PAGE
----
The patient had significant laboratory changes within a short time frame, from his initial encounter in the ED to his first morning in the MICU. His white count increased from 23.23 × 109/L to 40.83 × 109/L, his platelets decreased from 310 × 109/L to 173 × 109/L, and hemoglobin decreased from 20.4 g/dL to 13.8 g/dL. Other notable labs upon admission to the MICU included sodium 180 mEq/L, potassium 5.5 mEq/L, BUN 154 mg/dL, creatinine 9.17 mg/dL, AST 1010 U/L and ALT 393 U/L (previously 93 U/L and 88 U/L respectively). Procalcitonin was 41 ng/mL, which was presumed to be from a superimposed bacterial infection. Despite a normal chest radiograph on initial presentation, the patient was found to be COVID-19 positive by PCR testing.
At this point, the patient's clinical status and laboratory findings were presumed to be due to dehydration, shock liver, and reactive leukocytosis from resuscitative efforts. Heparin drip was continued at this time, due to early reports of microthrombi on autopsies resulting from hypercoagulable states. Institutional policy suggested heparin drips on patients with five times the upper limit of normal for d-dimers. The patient was started on pipercillin/tazobactam given concern for superimposed bacterial infection, following which his lactate decreased from 17 mmol/L to 3.6 mmol/L. Various treatments including hydroxychloroquine, azithromycin, IL-1/IL-6 inhibitors, intravenous immunoglobulin, convalescent serum, vitamin C, and thiaminewere considered but these therapies were withheld due to concerns for dysrhythmias and multi-organ failure. Treatment with methylprednisolone was started for a total of 5 days.
After two days in the MICU, the patient was successfully extubated to 6 L nasal cannula. The patient was found to have poor mental status after extubation, though he was able to respond to simple commands. Given his acute renal injury and hypernatremia, nephrology services were consulted and the patient was started on a temporizing bumetanide drip with plans to initiate hemodialysis. There was also concern for DIC in the setting of multi-organ failure, therefore the heparin drip was discontinued, and vitamin K was administered. Follow up chest radiograph demonstrated low lung volumes with new mild perihilar opacities, possible pulmonary vascular congestion and/or worsening atypical/viral infection consistent with COVID (Figure 2).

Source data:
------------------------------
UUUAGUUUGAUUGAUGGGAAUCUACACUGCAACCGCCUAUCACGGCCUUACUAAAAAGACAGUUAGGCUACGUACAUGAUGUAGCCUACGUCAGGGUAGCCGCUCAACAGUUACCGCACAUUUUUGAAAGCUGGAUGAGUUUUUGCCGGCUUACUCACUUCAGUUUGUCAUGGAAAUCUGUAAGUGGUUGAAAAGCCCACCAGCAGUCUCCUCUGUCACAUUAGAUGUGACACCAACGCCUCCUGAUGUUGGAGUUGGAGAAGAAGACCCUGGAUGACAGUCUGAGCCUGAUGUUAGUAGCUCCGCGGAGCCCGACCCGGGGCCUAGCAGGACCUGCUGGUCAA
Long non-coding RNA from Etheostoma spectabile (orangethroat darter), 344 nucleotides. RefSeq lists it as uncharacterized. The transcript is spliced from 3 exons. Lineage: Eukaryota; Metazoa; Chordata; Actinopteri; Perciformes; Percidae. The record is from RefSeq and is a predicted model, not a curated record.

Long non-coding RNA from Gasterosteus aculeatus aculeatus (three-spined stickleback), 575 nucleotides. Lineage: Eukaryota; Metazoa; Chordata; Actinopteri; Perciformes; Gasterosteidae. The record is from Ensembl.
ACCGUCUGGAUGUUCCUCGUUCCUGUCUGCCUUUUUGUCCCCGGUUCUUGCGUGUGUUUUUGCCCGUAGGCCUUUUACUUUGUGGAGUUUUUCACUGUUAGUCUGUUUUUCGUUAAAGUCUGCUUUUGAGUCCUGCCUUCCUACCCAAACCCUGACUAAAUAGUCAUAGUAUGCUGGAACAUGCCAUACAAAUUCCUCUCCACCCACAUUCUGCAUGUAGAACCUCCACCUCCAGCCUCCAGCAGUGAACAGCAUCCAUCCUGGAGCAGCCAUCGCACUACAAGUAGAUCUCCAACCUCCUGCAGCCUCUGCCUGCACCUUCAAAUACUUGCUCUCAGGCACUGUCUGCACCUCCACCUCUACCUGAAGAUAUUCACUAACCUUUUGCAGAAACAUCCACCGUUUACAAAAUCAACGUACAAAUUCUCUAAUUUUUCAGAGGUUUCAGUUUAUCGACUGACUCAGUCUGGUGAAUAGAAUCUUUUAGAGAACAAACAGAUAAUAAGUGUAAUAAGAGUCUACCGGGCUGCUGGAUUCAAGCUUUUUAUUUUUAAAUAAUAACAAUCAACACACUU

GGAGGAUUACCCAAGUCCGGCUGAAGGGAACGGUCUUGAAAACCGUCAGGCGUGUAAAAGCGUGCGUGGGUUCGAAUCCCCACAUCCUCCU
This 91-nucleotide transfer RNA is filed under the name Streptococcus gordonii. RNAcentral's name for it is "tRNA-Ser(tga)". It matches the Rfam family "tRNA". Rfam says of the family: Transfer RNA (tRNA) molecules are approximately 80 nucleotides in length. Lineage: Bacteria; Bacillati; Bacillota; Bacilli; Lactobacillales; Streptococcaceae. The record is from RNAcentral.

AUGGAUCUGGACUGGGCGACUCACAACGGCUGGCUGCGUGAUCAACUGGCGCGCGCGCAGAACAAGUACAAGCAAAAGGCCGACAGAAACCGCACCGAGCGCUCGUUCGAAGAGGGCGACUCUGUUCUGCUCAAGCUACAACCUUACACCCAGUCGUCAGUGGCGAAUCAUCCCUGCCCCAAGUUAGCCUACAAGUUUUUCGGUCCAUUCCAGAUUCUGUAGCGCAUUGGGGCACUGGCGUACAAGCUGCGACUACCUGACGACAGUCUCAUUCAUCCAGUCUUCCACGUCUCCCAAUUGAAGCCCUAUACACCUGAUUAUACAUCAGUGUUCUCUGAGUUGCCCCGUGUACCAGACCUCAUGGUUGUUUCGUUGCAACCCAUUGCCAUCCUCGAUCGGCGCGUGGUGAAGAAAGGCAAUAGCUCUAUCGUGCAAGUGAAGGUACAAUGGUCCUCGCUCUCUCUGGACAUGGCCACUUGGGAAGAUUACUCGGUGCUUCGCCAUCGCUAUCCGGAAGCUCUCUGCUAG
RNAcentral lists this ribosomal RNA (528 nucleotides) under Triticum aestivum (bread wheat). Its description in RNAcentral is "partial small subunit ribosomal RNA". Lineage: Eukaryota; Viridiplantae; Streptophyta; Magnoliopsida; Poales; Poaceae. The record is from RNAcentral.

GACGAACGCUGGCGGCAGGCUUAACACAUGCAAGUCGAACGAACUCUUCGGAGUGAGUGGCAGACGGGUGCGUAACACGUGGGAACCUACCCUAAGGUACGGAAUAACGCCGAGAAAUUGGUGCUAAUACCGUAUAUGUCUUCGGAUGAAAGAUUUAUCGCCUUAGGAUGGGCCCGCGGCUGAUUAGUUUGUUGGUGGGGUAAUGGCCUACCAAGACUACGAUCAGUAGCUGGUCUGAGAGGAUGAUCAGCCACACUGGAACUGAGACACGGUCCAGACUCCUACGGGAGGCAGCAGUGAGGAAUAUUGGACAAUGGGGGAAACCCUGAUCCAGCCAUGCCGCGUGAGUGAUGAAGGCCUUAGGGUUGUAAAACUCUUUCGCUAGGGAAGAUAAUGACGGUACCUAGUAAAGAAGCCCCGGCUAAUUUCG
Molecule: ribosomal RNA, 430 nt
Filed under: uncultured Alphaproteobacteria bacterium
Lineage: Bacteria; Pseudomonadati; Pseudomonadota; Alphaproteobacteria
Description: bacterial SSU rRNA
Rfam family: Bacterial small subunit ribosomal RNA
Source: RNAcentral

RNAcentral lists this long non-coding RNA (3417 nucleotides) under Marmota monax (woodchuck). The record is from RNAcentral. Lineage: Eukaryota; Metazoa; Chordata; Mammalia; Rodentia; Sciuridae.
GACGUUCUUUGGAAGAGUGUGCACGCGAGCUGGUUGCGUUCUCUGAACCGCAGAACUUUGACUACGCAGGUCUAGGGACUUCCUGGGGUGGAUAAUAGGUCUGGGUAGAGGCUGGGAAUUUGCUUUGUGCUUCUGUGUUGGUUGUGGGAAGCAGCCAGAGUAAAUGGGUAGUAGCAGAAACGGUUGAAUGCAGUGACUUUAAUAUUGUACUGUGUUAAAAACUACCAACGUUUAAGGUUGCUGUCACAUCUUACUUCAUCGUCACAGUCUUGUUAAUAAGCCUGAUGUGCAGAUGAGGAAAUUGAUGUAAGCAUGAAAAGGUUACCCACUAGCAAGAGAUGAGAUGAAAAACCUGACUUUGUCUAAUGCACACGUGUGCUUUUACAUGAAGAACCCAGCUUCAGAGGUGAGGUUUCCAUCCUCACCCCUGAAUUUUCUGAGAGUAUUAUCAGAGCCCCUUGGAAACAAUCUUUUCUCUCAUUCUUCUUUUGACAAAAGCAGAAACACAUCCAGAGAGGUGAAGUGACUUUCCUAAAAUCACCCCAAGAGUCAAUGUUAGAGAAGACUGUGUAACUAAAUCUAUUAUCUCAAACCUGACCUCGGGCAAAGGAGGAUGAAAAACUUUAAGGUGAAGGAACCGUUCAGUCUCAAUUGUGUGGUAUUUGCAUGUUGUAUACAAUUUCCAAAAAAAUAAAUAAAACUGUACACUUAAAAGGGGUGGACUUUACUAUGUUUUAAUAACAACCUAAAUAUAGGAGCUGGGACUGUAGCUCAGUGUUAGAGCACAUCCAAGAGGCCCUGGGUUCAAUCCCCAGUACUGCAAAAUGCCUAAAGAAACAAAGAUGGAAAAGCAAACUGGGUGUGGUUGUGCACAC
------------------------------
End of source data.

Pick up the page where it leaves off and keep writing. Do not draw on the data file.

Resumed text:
On day 5 of patient's admission, the patient's hemoglobin acutely dropped from 9.6 g/dL to 7.4 g/dL, and 2 units of packed red blood cells were administered. A physical examination revealed that he had new moderate abdominal tenderness without rebound or guarding. At this time, WBC were 32 × 109/L. Chest CT was notable for extensive bilateral ground glass opacities consistent with known COVID-19 pneumonia (Figure 3). CT of the abdomen/pelvis without contrast revealed a diffusely edematous pancreas containing multiple areas of hypoattenuation with extensive peripancreatic inflammatory changes and fluid extending to the retroperitoneum. There was also hyperdense fluid, most consistent with blood, surrounding the tail of the pancreas and extending along the left paracolic gutter (Figure 4 and Figure 5). No gallstones were seen on right upper quadrant ultrasound. A lipase was not ordered, as the patient met 2 out of 3 criteria for pancreatitis (clinical exam and computed tomography findings). In addition, lipase and amylase levels would not have changed management. Doppler exam demonstrated a normal caliber main portal vein without echogenic thrombus, and normal hepatopedal flow. General surgery and gastroenterology services were consulted and ongoing supportive care was recommended. There were no drainable fluid collections and no role for operative intervention at this point in the patient's course.
Despite aggressive supportive care, the patient continued to have persistently worsening thrombocytopenia, anemia, hypotension, and renal failure. Potassium remained elevated at 7.3 mmol/L despite 3 sessions of hemodialysis. In addition, the patient's mental status worsened and his clinical status continued to decline. Palliative care service was eventually consulted to assist with goals of care conversations. Multiple goals of care discussions were undertaken among the palliative care service, the ICU team and the patient's family. Comfort care measures were implemented, and the patient was subsequently transferred to the medical floor, where he was started on a dilaudid drip and ultimately expired.
COVID-19, although initially considered a respiratory illness, has now revealed itself as a disease that frequently leads to multi-organ dysfunction. This report illustrates a patient requiring critical care very soon after presentation, with an ultimate finding of hemorrhagic, necrotizing pancreatitis.